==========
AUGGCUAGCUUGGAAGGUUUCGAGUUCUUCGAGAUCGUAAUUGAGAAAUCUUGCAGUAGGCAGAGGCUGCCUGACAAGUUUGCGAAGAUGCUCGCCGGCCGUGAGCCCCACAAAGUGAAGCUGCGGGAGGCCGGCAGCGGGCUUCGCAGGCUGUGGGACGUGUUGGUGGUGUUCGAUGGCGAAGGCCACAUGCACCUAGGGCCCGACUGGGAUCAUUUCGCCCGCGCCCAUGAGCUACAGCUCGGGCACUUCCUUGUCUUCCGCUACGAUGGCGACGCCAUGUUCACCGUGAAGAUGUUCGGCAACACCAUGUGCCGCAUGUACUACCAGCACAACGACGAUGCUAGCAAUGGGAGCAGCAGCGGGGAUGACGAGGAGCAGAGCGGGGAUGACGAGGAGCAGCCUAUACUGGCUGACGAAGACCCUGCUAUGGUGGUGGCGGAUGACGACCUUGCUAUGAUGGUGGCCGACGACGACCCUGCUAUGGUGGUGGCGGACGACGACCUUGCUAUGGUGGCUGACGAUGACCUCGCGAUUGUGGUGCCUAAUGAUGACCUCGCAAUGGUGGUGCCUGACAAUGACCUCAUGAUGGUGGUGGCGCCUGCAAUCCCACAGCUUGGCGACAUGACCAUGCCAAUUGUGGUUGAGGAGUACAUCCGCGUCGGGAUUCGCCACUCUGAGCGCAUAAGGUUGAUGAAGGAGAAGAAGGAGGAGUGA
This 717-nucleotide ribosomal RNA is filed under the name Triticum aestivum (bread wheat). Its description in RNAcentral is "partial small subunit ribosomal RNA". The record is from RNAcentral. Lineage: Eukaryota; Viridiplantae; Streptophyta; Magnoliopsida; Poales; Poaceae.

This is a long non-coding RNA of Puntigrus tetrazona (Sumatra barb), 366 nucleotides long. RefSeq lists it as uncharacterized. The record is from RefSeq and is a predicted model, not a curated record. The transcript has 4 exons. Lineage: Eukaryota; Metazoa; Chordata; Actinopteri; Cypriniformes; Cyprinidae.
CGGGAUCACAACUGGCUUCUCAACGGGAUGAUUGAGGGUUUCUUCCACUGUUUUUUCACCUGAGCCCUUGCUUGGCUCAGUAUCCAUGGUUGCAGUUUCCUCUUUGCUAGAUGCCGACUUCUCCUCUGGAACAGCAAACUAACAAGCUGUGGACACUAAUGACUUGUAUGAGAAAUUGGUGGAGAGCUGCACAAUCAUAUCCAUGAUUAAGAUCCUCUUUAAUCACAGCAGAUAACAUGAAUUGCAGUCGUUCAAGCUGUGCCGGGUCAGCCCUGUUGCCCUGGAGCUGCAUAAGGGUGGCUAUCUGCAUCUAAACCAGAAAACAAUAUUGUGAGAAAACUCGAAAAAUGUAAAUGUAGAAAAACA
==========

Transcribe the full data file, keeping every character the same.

AUGGCUAGCUUGGAAGGUUUCGAGUUCUUCGAGAUCGUAAUUGAGAAAUCUUGCAGUAGGCAGAGGCUGCCUGACAAGUUUGCGAAGAUGCUCGCCGGCCGUGAGCCCCACAAAGUGAAGCUGCGGGAGGCCGGCAGCGGGCUUCGCAGGCUGUGGGACGUGUUGGUGGUGUUCGAUGGCGAAGGCCACAUGCACCUAGGGCCCGACUGGGAUCAUUUCGCCCGCGCCCAUGAGCUACAGCUCGGGCACUUCCUUGUCUUCCGCUACGAUGGCGACGCCAUGUUCACCGUGAAGAUGUUCGGCAACACCAUGUGCCGCAUGUACUACCAGCACAACGACGAUGCUAGCAAUGGGAGCAGCAGCGGGGAUGACGAGGAGCAGAGCGGGGAUGACGAGGAGCAGCCUAUACUGGCUGACGAAGACCCUGCUAUGGUGGUGGCGGAUGACGACCUUGCUAUGAUGGUGGCCGACGACGACCCUGCUAUGGUGGUGGCGGACGACGACCUUGCUAUGGUGGCUGACGAUGACCUCGCGAUUGUGGUGCCUAAUGAUGACCUCGCAAUGGUGGUGCCUGACAAUGACCUCAUGAUGGUGGUGGCGCCUGCAAUCCCACAGCUUGGCGACAUGACCAUGCCAAUUGUGGUUGAGGAGUACAUCCGCGUCGGGAUUCGCCACUCUGAGCGCAUAAGGUUGAUGAAGGAGAAGAAGGAGGAGUGA
This 717-nucleotide ribosomal RNA is filed under the name Triticum aestivum (bread wheat). Its description in RNAcentral is "partial small subunit ribosomal RNA". The record is from RNAcentral. Lineage: Eukaryota; Viridiplantae; Streptophyta; Magnoliopsida; Poales; Poaceae.

This is a long non-coding RNA of Puntigrus tetrazona (Sumatra barb), 366 nucleotides long. RefSeq lists it as uncharacterized. The record is from RefSeq and is a predicted model, not a curated record. The transcript has 4 exons. Lineage: Eukaryota; Metazoa; Chordata; Actinopteri; Cypriniformes; Cyprinidae.
CGGGAUCACAACUGGCUUCUCAACGGGAUGAUUGAGGGUUUCUUCCACUGUUUUUUCACCUGAGCCCUUGCUUGGCUCAGUAUCCAUGGUUGCAGUUUCCUCUUUGCUAGAUGCCGACUUCUCCUCUGGAACAGCAAACUAACAAGCUGUGGACACUAAUGACUUGUAUGAGAAAUUGGUGGAGAGCUGCACAAUCAUAUCCAUGAUUAAGAUCCUCUUUAAUCACAGCAGAUAACAUGAAUUGCAGUCGUUCAAGCUGUGCCGGGUCAGCCCUGUUGCCCUGGAGCUGCAUAAGGGUGGCUAUCUGCAUCUAAACCAGAAAACAAUAUUGUGAGAAAACUCGAAAAAUGUAAAUGUAGAAAAACA